node_netstat_Tcp_InSegs{instance="localhost:9100"}[30s]

Return all time series with the metric http_requests_total:
prometheus_http_requests_total

Return all time series with the metric http_requests_total and the given job and handler labels:
prometheus_http_requests_total{job="apiserver", handler="/api/comments"}

Return a whole range of time (in this case 5 minutes) for the same vector, making it a range vector:
prometheus_http_requests_total{job="apiserver", handler="/api/comments"}[5m]

Note that an expression resulting in a range vector cannot be graphed directly, but viewed in the tabular ("Console") view of the expression browser.

Using regular expressions, you could select time series only for jobs whose name match a certain pattern, in this case, all jobs that end with server:


To select all HTTP status codes except 4xx ones, you could run:
prometheus_http_requests_total{status!~"4.."}

Subquery- Return the 5-minute rate of the http_requests_total metric for the past 30 minutes, with a resolution of 1 minute.
rate(prometheus_http_requests_total[5m])[30m:1m]

This is an example of a nested subquery. The subquery for the deriv function uses the default resolution. Note that using subqueries unnecessarily is unwise.
max_over_time(deriv(rate(distance_covered_total[5s])[30s:5s])[10m:])

Using functions, operators, etc - Return the per-second rate for all time series with the http_requests_total metric name, as measured over the last 5 minutes:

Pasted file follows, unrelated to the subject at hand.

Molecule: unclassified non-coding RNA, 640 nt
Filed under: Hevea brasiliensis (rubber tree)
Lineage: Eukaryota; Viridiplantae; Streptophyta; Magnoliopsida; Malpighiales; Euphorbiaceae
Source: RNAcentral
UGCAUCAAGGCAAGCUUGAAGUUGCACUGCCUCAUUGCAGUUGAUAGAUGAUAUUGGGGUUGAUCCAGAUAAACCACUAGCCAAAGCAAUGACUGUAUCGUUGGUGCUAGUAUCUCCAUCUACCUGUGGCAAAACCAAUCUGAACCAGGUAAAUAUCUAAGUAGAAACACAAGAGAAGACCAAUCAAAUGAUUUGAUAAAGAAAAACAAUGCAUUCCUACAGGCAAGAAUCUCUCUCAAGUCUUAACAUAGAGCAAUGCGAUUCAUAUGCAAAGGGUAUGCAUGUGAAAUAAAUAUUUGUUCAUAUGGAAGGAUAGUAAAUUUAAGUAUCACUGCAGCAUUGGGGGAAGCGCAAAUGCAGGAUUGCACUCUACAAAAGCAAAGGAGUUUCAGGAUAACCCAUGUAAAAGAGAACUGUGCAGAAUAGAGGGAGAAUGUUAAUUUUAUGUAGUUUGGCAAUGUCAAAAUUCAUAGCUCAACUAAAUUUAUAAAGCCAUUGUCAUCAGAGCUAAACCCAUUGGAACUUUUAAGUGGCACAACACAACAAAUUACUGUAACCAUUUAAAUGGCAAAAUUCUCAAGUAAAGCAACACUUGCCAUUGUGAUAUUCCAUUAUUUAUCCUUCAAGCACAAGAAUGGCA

rate(prometheus_http_requests_total[5m])

Assuming that the http_requests_total time series all have the labels job (fanout by job name) and instance (fanout by instance of the job), we might want to sum over the rate of all instances, so we get fewer output time series, but still preserve the job dimension:
sum by (job) (
  rate(prometheus_http_requests_total[5m])
)

The filesystem space available to non-root users (in bytes)

node_filesystem_avail_bytes

Filtering by label- A single metric name may correspond to multiple time series with distinct label sets as in the example above. How to select time series matching only {device=”eth1″}? Just mention the required label in the query:
node_network_receive_bytes_total{device=”eth1″}

If you want selecting all the time series for devices other than eth1, then just substitute = with != in the query:
node_network_receive_bytes_total{device!=”eth1″}

How to select time series for devices starting with eth? Just use regular expressions:
node_network_receive_bytes_total{device=~”eth.+”}

For selecting all the time series for devices not starting with eth, the =~ must be substituted with !~: